I was surprised to read this, as I've read several of your pieces in the past few years that are highly critical of the christ myth. My take on the nativity is that instead of distancing us from death, it actually brought it much closer.

"and what rough beast slouches towards bethlehem to be born."

Yeats was supposedly referring to the coming of fascism but I wonder if his rough beast was really christianity. The irish pagans he so admired would have seen death and life as a natural cycle, everything around them confirmed the beauty of this. There was no desire to distance themselves from death. But then the sky god was born . . . .

Sorry, I'm just musing. Please ignore.

James R

James Graham at 16:41 on 03 December 2011  Report this post
Thanks to all for these comments. The paper on which this poem is written really is yellow with age! Yes, it rhymes quite satisfyingly and I thought it was worth resurrecting.

James, I feel sure Yeats's 'rough beast' was fascism, Stalinism maybe too, tyranny in general including the Black and Tans who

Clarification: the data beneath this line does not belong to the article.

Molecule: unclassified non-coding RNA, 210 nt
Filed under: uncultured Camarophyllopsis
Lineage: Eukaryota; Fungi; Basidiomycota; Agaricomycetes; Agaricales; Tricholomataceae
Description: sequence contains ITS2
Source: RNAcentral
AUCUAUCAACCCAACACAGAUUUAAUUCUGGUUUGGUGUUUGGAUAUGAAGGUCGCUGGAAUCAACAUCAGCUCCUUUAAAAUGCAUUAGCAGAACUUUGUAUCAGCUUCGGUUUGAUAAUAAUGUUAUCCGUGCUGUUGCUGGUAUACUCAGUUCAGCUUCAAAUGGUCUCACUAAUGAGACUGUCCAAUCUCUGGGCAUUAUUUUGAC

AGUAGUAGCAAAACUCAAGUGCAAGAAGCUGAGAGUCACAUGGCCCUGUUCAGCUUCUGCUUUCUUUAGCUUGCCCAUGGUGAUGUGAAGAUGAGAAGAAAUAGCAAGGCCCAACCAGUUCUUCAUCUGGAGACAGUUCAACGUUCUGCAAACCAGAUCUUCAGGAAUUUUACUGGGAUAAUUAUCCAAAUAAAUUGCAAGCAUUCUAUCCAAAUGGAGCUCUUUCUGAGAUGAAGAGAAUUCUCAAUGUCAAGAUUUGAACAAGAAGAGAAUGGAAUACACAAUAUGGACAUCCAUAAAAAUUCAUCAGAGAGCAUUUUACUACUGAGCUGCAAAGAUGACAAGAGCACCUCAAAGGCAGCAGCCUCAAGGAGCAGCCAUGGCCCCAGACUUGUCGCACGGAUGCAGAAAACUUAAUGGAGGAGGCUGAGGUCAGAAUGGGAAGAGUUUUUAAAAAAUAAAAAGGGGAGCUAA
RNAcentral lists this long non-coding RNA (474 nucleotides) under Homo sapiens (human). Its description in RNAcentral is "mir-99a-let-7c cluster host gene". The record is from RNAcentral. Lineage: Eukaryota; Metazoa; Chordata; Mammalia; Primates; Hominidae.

can leave the mother, murdered at her door,
to crawl in her own blood, and go scot-free...

'Now days are dragon-ridden, the nightmare/ rides upon sleep'. But there's an unmistakeable link with Christianity, as a source of these evils in some sense; Yeats didn't go as far as Nietzsche but he went about half-way.

'I've read several of your pieces in the past few years that are highly critical of the christ myth' - well, this was written a long time ago. Over the years I've become less benign about Christianity. Definitely a humanist now, without reservations.


clyroroberts at 13:24 on 05 December 2011  Report this post
There's a very interesting fellow I've been reading lately - a chap called Stuart Kauffman. Not sure if you've heard of him. A secular humanist who is arguing for a return to the sacred via science. He's hard to comprehend on some of things he says about quantum physics and darwinism but overall I find his ideas hopeful. Something along the lines of us having to get away from monotheism BUT ALSO from the reductionism of modernism. He's a theoretical physicist and biologist and has done lots of experiments on autocatalysis which I find amazing.

There are a few of his lectures on youtube and several of his essays online.

SarahT at 22:41 on 06 December 2011  Report this post
Hi James,

I don't know. I go away for a few months and when I get back, you're rhyming. What is the world coming to?